Effects of dipeptide insertions between codons 69 and 70 of human immunodeficiency virus type 1 reverse transcriptase on primer unblocking, deoxynucleoside triphosphate inhibition, and DNA chain elongation.

Abstract:

Finger insertion mutations of human immunodeficiency virus type 1 (HIV-1) reverse transcriptase (RT) (T69S mutations followed by various dipeptide insertions) have a multinucleoside resistance phenotype that can be explained by decreased sensitivity to deoxynucleoside triphosphate (dNTP) inhibition of the nucleotide-dependent unblocking activity of RT. We show that RTs with SG or AG (but not SS) insertions have three- to fourfold-increased unblocking activity and that all three finger insertion mutations have threefold-decreased sensitivity to dNTP inhibition. The additional presence of M41L and T215Y mutations increased unblocking activity for all three insertions, greatly reduced the sensitivity to dNTP inhibition, and resulted in defects in in vitro DNA chain elongation. The DNA chain elongation defects were partially repaired by additional mutations at positions 210, 211, and 214. These results suggest that structural communication between the regions of RT defined by these mutations plays a role in the multinucleoside resistance phenotype.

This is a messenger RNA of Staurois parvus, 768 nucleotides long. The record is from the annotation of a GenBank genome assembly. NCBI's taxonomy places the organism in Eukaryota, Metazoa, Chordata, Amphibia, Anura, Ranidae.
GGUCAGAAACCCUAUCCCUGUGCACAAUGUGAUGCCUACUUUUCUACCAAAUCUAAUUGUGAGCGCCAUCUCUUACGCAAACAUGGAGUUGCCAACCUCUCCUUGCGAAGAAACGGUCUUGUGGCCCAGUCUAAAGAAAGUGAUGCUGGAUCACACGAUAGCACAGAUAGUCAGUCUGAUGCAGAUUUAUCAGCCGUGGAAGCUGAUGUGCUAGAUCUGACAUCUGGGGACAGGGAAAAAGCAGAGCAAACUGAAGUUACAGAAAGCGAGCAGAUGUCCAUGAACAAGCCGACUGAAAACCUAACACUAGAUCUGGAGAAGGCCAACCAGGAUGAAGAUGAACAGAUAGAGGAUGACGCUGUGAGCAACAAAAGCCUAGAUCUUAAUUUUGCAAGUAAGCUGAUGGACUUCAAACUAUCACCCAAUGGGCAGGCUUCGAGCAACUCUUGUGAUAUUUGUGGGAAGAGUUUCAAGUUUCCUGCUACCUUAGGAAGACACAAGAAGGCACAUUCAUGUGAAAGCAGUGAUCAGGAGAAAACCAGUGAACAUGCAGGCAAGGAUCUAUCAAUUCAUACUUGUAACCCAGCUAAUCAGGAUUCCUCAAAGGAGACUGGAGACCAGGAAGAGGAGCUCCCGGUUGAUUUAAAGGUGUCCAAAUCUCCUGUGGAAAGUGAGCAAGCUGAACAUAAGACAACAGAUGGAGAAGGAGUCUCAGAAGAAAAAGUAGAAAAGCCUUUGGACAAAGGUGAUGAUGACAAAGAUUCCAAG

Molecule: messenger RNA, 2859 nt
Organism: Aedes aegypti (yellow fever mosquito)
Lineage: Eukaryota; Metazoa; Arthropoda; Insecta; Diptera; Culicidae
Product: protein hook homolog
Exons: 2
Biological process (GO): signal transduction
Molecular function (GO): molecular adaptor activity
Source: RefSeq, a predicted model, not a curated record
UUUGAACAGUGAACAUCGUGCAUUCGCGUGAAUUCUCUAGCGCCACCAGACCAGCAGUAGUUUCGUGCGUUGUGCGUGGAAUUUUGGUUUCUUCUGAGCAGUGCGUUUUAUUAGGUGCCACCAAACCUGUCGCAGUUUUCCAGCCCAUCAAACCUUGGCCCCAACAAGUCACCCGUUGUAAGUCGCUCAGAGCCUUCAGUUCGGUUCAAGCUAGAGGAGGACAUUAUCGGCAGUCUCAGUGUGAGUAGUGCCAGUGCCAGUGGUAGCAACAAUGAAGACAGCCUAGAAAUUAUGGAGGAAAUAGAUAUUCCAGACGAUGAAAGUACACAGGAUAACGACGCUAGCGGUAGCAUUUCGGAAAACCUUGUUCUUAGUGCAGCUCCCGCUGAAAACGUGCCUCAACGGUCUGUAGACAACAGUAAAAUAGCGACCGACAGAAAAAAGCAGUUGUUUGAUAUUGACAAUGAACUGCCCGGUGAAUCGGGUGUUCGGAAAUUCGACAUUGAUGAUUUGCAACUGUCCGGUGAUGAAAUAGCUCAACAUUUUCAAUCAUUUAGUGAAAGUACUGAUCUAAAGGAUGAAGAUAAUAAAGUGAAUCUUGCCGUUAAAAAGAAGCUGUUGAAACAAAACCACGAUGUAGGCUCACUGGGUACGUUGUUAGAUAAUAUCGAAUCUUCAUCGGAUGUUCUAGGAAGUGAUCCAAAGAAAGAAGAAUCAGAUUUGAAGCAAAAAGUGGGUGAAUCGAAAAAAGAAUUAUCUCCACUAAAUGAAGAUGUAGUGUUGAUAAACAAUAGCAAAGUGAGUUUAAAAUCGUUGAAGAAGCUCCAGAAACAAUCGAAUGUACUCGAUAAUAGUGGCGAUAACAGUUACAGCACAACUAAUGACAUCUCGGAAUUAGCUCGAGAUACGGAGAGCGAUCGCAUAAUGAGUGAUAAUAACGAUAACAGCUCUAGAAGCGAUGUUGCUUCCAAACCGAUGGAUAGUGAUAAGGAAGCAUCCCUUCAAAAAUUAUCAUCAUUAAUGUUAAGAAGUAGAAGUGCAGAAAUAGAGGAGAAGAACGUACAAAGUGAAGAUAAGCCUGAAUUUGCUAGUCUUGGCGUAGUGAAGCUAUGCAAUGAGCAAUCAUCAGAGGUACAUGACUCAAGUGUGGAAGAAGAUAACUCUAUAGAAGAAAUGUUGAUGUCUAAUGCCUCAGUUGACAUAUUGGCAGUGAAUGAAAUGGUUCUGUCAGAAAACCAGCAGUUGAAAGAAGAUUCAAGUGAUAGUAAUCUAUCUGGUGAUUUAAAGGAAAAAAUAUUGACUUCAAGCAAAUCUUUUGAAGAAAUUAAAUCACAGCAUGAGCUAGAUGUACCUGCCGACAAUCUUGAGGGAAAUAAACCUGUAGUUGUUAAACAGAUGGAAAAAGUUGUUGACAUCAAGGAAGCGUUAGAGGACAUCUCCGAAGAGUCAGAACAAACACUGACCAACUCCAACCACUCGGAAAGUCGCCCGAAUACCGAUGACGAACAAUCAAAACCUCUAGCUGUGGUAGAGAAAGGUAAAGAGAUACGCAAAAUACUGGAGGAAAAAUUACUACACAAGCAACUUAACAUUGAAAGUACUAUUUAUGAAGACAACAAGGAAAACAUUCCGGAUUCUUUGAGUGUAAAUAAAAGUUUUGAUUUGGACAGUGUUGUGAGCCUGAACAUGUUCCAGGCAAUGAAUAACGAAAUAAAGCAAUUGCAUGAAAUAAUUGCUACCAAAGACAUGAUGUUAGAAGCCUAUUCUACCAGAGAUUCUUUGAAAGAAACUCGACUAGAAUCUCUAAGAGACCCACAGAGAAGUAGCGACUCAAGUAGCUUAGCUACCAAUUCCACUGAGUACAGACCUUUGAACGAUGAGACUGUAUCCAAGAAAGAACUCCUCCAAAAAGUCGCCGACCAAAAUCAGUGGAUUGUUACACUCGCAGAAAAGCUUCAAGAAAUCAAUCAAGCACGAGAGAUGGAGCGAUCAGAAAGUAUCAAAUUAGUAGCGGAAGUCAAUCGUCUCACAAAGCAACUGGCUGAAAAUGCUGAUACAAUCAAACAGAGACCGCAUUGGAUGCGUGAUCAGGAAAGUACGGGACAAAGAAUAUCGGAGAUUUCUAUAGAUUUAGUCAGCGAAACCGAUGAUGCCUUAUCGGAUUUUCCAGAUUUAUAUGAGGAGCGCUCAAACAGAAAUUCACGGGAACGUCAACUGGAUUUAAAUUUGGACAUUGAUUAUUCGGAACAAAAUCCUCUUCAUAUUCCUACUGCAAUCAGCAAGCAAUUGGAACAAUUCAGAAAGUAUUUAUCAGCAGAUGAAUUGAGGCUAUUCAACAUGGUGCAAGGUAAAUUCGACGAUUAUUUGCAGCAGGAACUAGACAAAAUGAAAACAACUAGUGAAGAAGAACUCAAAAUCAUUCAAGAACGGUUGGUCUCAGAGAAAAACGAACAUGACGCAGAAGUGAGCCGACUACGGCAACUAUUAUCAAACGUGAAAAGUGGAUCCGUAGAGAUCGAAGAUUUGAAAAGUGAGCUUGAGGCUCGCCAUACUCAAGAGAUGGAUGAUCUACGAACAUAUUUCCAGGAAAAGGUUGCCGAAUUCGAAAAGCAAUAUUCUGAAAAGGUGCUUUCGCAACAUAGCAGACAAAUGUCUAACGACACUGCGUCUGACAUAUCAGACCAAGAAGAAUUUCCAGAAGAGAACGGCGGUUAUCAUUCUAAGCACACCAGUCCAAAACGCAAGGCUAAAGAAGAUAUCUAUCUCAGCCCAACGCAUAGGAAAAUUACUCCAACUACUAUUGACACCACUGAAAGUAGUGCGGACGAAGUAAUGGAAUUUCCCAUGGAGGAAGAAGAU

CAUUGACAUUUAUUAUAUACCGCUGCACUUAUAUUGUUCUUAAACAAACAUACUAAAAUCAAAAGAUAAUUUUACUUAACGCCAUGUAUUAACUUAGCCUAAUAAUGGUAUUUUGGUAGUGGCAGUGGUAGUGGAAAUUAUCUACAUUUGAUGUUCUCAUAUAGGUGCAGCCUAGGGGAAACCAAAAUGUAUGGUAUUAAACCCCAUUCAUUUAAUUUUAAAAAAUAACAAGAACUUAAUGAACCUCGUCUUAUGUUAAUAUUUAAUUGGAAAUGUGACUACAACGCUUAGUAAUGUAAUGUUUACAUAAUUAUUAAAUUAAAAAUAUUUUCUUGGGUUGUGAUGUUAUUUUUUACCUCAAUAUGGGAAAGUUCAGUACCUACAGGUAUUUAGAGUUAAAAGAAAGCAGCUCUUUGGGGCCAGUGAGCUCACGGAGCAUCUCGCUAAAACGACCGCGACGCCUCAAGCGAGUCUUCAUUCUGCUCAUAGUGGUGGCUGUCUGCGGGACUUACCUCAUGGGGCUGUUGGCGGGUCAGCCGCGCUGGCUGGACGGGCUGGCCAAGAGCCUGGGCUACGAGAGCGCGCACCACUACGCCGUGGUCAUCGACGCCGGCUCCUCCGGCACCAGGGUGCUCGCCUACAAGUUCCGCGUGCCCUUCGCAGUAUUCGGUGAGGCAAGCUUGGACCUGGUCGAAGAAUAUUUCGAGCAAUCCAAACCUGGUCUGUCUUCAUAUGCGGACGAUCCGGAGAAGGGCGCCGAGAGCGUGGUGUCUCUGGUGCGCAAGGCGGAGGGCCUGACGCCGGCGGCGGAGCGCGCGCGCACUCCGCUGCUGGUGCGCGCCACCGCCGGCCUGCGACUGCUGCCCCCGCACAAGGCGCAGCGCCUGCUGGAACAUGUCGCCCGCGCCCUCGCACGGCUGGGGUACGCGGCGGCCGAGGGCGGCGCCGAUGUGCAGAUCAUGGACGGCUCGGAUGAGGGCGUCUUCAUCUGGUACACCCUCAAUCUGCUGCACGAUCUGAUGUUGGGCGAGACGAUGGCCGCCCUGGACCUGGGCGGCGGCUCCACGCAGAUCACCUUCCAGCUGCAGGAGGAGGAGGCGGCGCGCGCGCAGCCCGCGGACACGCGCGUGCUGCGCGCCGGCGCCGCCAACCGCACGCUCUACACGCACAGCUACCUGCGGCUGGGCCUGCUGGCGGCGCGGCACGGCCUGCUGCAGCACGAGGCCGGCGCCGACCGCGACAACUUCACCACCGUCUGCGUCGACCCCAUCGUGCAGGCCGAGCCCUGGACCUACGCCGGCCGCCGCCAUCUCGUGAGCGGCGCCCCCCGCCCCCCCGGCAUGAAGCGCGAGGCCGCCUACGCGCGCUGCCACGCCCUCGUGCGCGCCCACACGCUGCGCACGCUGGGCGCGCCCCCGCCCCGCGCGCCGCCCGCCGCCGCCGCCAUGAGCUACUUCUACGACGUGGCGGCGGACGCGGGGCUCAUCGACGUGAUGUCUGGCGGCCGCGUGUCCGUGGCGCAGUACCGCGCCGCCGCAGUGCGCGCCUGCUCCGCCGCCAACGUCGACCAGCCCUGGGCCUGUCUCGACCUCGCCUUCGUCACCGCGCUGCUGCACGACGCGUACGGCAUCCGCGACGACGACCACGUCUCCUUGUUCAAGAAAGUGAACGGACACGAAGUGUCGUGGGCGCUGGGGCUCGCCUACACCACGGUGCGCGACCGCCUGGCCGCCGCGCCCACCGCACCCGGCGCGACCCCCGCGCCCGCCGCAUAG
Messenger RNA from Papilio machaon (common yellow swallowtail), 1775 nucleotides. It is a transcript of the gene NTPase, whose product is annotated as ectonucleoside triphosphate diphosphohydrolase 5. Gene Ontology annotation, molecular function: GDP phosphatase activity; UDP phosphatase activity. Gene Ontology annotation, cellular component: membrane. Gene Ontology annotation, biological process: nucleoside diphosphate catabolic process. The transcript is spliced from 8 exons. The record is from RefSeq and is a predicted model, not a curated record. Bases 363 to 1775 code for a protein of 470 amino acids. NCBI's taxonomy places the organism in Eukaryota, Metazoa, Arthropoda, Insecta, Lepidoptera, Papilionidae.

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Health/Disease

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